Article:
Neato's LiDAR Module

Ever since the Neato Robotics XM-11 series of robotic vacuum cleaners came on the market, robotics tinkers such as myself have been intrigued with the spinning LiDAR module that helps it navigate.  However, as the XM-11 costs upwards of $400 retail, I wasn't ready to pony up the funds needed to experiment with one.  However, I recently managed to purchase the XM-11's LiDAR module from a seller on eBay and this page is about my experiences trying to make it work.  First, here's a photo of the LiDAR module as I received it from the seller:

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The underside of the LiDAR module looks like this:

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The design of the unit is very simple.  The small DC motor is designed to be driven with a PVM drive circuit so that the speed of rotation can be controlled using a RPM measurement sent over a serial connection from the rotating drum assembly.  The same serial like also sends ranging information.  How the LiDAR module is put together and how it works is described on other web sites, such as Neato XV-11 Disassembly, LIDAR Sensor and Neato XV-11 LIDAR Disassembled, so I won't repeat those details here.  However, I did find that the LiDAR module I received was substantially different from modules that others have documented, so I will describe how my module differs.

First, since I didn't purchase the module as part of functional XM-11 robot, I had no way to know what voltages were needed to drive the module.  From the references I linked above (especially this one) , I learned that there were at least two different versions of the Neato LiDAR module, each of which used a different serial protocol to send back the ranging information.  I was also unsure as to whether the unit required 5, or 3.3 volt DC to power it electronics.  So, I cautiously connected the red and black wires to my variable power supply, set the current limit to 200 ma, or so, and powered the module up at 3.3 volts while monitoring the serial output line (orange wire) at 115200 baud and was plesantly surprised when the module responded by printing:

 Piccolo Laser Distance Scanner
 Copyright (c) 2009-2010 Neato Robotics, Inc.
 All Rights Reserved

Based on this, I could see that I had purchased an older model LiDAR module that used the 2.1 firmware, not the more recent 2.4 firmware documented on the "LIDAR Sensor" page linked above.  So, the next step was to write some software to read and display the ranging data on a graphical display of some sort.  I chose to write a simple Java app to so this, as I'm pretty fluent in writing Java code and it only took about an hour, or so to hack something out.  I've linked the code below but, if you want to try it out, you will need to download and install the RxTx serial library, as the code depends on this for serial communication.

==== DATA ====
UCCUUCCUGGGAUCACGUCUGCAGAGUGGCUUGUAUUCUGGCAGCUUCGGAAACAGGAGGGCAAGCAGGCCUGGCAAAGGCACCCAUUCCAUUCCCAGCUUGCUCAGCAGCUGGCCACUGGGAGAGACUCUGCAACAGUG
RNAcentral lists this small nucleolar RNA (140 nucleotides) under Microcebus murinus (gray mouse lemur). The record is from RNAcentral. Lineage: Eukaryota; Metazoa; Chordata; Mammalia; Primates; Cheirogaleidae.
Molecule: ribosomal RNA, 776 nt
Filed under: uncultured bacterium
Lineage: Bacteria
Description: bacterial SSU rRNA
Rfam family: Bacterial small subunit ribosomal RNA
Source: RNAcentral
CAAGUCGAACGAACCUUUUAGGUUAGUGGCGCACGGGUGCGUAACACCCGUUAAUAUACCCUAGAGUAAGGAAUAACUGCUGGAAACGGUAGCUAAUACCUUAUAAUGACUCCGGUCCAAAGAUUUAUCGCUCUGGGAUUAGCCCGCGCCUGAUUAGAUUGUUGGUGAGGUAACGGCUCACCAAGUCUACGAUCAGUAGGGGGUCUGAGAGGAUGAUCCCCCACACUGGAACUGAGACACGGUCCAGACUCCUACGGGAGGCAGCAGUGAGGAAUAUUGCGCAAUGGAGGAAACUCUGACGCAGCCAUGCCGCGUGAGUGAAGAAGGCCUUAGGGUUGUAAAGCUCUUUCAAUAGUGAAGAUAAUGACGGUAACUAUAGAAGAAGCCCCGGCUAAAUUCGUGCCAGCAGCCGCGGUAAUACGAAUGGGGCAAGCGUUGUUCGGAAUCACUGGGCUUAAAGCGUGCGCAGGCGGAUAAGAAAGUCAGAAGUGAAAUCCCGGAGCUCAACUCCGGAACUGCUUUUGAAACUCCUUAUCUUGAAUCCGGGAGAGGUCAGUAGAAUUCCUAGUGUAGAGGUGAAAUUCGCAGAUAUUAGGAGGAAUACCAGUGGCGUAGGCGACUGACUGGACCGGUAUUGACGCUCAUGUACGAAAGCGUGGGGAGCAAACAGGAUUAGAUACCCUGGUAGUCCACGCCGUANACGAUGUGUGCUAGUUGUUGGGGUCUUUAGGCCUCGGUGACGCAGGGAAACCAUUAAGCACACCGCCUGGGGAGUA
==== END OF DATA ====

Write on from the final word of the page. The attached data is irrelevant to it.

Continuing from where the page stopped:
By design, the Neato LiDAR module needs to be spinning approximately 5 RPM before it will report any ranging data.  I found my module to be rather finicky about this and the data stream would frequently send back errors codes (see the "LIDAR Sensor" page linked above) if the RPM value wasn't just right.  Part of the problem is that the slip ring assembly that feeds the signals to the rotating drum assembly is slightly out of round on my unit causing the whole thing to wobble sightly as it spins and make a rather loud "thumpa, thumpa" kind of sound as it spins.  I'm not sure if this means my module is defective, or if this is a typical for Neato's module.  

After some inspection, I finally discovered how to remove the rotating drum assembly from the base.  It requires removing the 6 screws on the bottom of the base and then simply pulling off the drum assembly, which is designed to snap into a large ball bearing, as shown in these two photos:

The problem turns out to be that the slip ring unit, which you can see in the center of the bottom photo, was not aligned precisely when it was screwed in place.  It's fits into a hexagon shaped hole in the base, which seems to have some clearance space added intentionally, so I suspect that some level of misalignment is expected.  But, in my unit, the hex end of the slip ring shaft wobbles around in the hex-shaped hole and the amount of wobble seems to exceed what the hole is designed to allow.  The fix, I suspect, will require me to unscrew the slip ring (4 screws) and try get it better aligned.  Or, alternately, I could perhaps enlarge the hex hole a bit.

However, once the spin rate stabilizes, the module does return data.  Here's a sample scan of what it sees sitting on my desktop:

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I'll post some additional scans in more controlled conditions when I have a chance to set up a proper test.
Wayne Holder,
Sep 1, 2013, 5:24 PM